Angrick Named New NAFEM President-Elect
Paul Angrick, Carrier Commercial Refrigeration, has stepped up as president-elect of the North American Association of Food Equipment Manufacturers.
Angrick assumed the position following the resignation of John McDonough, ITW Food Equipment Group-North America. McDonough withdrew as NAFEM president-elect due to expanded responsibilities at ITW.
"We appreciate John McDonough's many years of service to NAFEM through his work on committees, the board of directors, and as an officer of our association," said NAFEM Pres. Carol Wallace, Cooper-Atkins Corp.
Filling the vacancy created by Angrick's ascension to president-elect, Steven Follett, Follett Corp., has been appointed secretary/treasurer. Jack Hake, president, Duke Mfg., takes Follett's seat on the board of directors through 2008.
KFC, Taco Bell Complete Switch To Trans Fat-Free Oils
Two big YUM! Brands chains have announced a switch to trans fat-free cooking oil. KFC announced that all 5,500 U.S. stores are now using a low-linolenic soybean oil, making buckets of the Colonel's fried chicken totally free of trans fat. KFC's biscuits, pot pies, macaroni and cheese, and some desserts still contain some trans fat.
Taco Bell also said it's found an alternative to partially hydrogenated cooking oil and has switched 4,200 units to canola oil. In 1,400 more locations it shares with KFC or another brand, Taco Bell will use soybean oil. While 23 menu items are trans fat-free as a result, Taco Bell is still working on eliminating trans fat from all ingredients it uses.
NSF Presenting Food Safety Leadership Awards At NRA Show
Seven individualsfrom academia, government and the foodservice industryrecently have been named Food Safety Leadership award winners by NSF International.
NSF announced two lifetime achievement winners: Jeannie Sneed, PhD, RD, SNS, CFSP, Iowa State University, for education and research; and Frank Yiannas, Walt Disney World, and president of the International Association of Food Protection for food safety leadership.
Sneed was recognized for her Hazard Analysis Critical Control Point initiatives and her research on mitigating cross-contamination. Yiannas got the nod for his contributions including progressive microbial detection methods, developing hand-held computer audit technology and vendor food safety monitoring systems, and creating international food safety icons.
Susan D. Conley, U.S. Department of Agriculture food safety education staff director for the Food Safety and Inspection Service and Shelley Feist, executive director of the Partnership for Food Safety Education, both were named recipients of awards for education. Both have played key roles in consumer food safety programs, Conley for "Be Food Safe" and Thermy among others, and Feist for Fight BAC.
Foodservice industry veterans getting the nod for systems improvement are Nelson Taylor, senior director of quality assurance and food safety, Sonic Industries; and Rasheed Ahmed, M.Ed, CPHI(C), DAAS, FRSH, environmental health supervisor to the Royal Commission of Saudi Arabia. Taylor created a comprehensive food safety system for Sonic's 3,200 stores. Ahmed headed an effort to develop a public health code and a HACCP plan for the city of Jubail and all its industries.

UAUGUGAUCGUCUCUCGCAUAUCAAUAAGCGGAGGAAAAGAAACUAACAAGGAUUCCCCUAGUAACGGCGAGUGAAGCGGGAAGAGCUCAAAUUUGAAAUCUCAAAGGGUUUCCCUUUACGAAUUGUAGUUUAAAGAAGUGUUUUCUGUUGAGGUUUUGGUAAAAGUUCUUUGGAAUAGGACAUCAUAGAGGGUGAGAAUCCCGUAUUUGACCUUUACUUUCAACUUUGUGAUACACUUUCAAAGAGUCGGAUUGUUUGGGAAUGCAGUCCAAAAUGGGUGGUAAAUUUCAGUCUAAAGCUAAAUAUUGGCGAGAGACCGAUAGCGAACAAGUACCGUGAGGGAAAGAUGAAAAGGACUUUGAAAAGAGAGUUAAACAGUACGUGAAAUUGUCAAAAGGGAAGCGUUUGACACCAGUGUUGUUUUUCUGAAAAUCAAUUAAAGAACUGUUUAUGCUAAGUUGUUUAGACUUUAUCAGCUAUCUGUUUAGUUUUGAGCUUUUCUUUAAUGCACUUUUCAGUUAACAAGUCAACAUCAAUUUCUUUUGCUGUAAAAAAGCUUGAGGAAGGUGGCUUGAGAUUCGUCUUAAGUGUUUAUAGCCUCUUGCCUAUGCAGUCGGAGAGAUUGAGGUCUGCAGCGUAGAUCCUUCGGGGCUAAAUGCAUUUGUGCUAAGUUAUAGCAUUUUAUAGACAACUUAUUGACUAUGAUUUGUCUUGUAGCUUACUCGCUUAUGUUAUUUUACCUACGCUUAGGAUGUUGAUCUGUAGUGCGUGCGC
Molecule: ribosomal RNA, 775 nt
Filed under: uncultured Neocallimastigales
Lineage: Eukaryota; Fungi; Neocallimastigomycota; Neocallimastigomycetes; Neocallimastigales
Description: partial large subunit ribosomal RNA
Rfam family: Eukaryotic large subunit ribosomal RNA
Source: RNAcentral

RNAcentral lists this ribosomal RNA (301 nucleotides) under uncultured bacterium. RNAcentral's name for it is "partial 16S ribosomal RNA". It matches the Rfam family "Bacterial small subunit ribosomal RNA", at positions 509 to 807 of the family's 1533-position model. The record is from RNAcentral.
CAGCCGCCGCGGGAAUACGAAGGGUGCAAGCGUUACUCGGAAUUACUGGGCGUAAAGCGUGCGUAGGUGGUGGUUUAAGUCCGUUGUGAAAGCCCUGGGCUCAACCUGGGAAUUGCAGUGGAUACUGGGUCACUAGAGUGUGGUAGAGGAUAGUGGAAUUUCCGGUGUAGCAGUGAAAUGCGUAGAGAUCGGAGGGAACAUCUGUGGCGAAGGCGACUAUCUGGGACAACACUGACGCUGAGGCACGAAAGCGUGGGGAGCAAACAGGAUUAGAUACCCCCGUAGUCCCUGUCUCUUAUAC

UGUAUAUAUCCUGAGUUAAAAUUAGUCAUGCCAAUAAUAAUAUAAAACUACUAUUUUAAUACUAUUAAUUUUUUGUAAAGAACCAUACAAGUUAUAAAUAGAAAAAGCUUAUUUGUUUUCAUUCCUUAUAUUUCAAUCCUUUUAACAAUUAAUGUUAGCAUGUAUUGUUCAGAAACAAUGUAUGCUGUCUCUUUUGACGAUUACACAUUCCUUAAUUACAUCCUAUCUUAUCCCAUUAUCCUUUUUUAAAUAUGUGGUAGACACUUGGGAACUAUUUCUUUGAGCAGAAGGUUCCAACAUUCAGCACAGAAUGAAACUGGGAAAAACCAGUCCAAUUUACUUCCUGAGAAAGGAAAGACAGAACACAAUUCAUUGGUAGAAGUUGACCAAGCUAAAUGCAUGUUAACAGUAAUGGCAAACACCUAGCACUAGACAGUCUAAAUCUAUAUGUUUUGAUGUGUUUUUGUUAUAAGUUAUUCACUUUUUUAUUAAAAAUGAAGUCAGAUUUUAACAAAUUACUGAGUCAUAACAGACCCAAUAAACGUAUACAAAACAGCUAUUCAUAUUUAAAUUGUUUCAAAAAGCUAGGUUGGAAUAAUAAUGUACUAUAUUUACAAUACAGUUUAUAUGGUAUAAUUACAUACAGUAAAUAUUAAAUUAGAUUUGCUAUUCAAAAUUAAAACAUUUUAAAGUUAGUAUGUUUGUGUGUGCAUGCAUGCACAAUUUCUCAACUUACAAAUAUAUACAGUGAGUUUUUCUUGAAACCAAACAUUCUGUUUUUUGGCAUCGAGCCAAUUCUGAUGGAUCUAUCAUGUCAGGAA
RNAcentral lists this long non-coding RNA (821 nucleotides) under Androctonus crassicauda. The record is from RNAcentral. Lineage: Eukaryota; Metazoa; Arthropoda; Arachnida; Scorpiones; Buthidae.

Carol Wallace, president and CEO of Cooper-Atkins, was honored for product development in converting simple, inexpensive food thermometers into state-of-the-art wireless food safety monitoring systems.
NSF will present the fourth annual awards at the National Restaurant Association Show in Chicago on May 19.
Motorcycle Charity Ride To NAFEM Show Gaining Momentum
What's most likely the last fundraising motorcycle ride to The NAFEM Show is picking up speed, according to event coordinator Alexa Kinney of R.W. Smith & Co.
The biennial NAFEM Show ride, which has raised nearly a quarter-million dollars for America's Second Harvest since the inaugural event in 1999, already had almost 20 riders committed to the 2007 happening, Kinney said last week. Although it was too early to start measuring progress, she said pledges and rider registration fees were already near $8,000. The group's goal this year is to top $100,000 in donations.
"We'd like to go out on a truly high note," Kinney said in a written statement. This year's event, "The Road To Atlanta," most likely will be the last because the North American Association of Food Equipment Manufacturers has permanently moved its show to Orlando in February, starting in '09and February doesn't lend itself to much motorcycle activity in many parts of the country.
Riders will begin the trek at different times, depending on where they originate, but for most the event will start Oct. 4, with arrival in Atlanta on Oct. 7 in time for pre-show association meetings.
Routes and lodging stops are still in the planning stages. One route most likely will trace from southern California straight east along the southern states to Atlanta. Another most likely will slice diagonally from northern California, a third down from the New England states and a fourth from the Wisconsin-Illinois-Iowa area. Final routes will be dictated by where most riders are originating. Routes and subroutes will converge like tributaries into a river, with the entire group joining up for the last day's ride into Atlanta.
Organizers are trying to plan at least one route through famous Deal's Gap, N.C., situated on the Tennessee border. A stretch of U.S. Rt. 129 there, known as "The Dragon," attracts riders and sportscar drivers from all over the world with its serpentine sequence of 318 mountain curves in just 11 miles.
For more information, contact Alexa Kinney at email@example.com.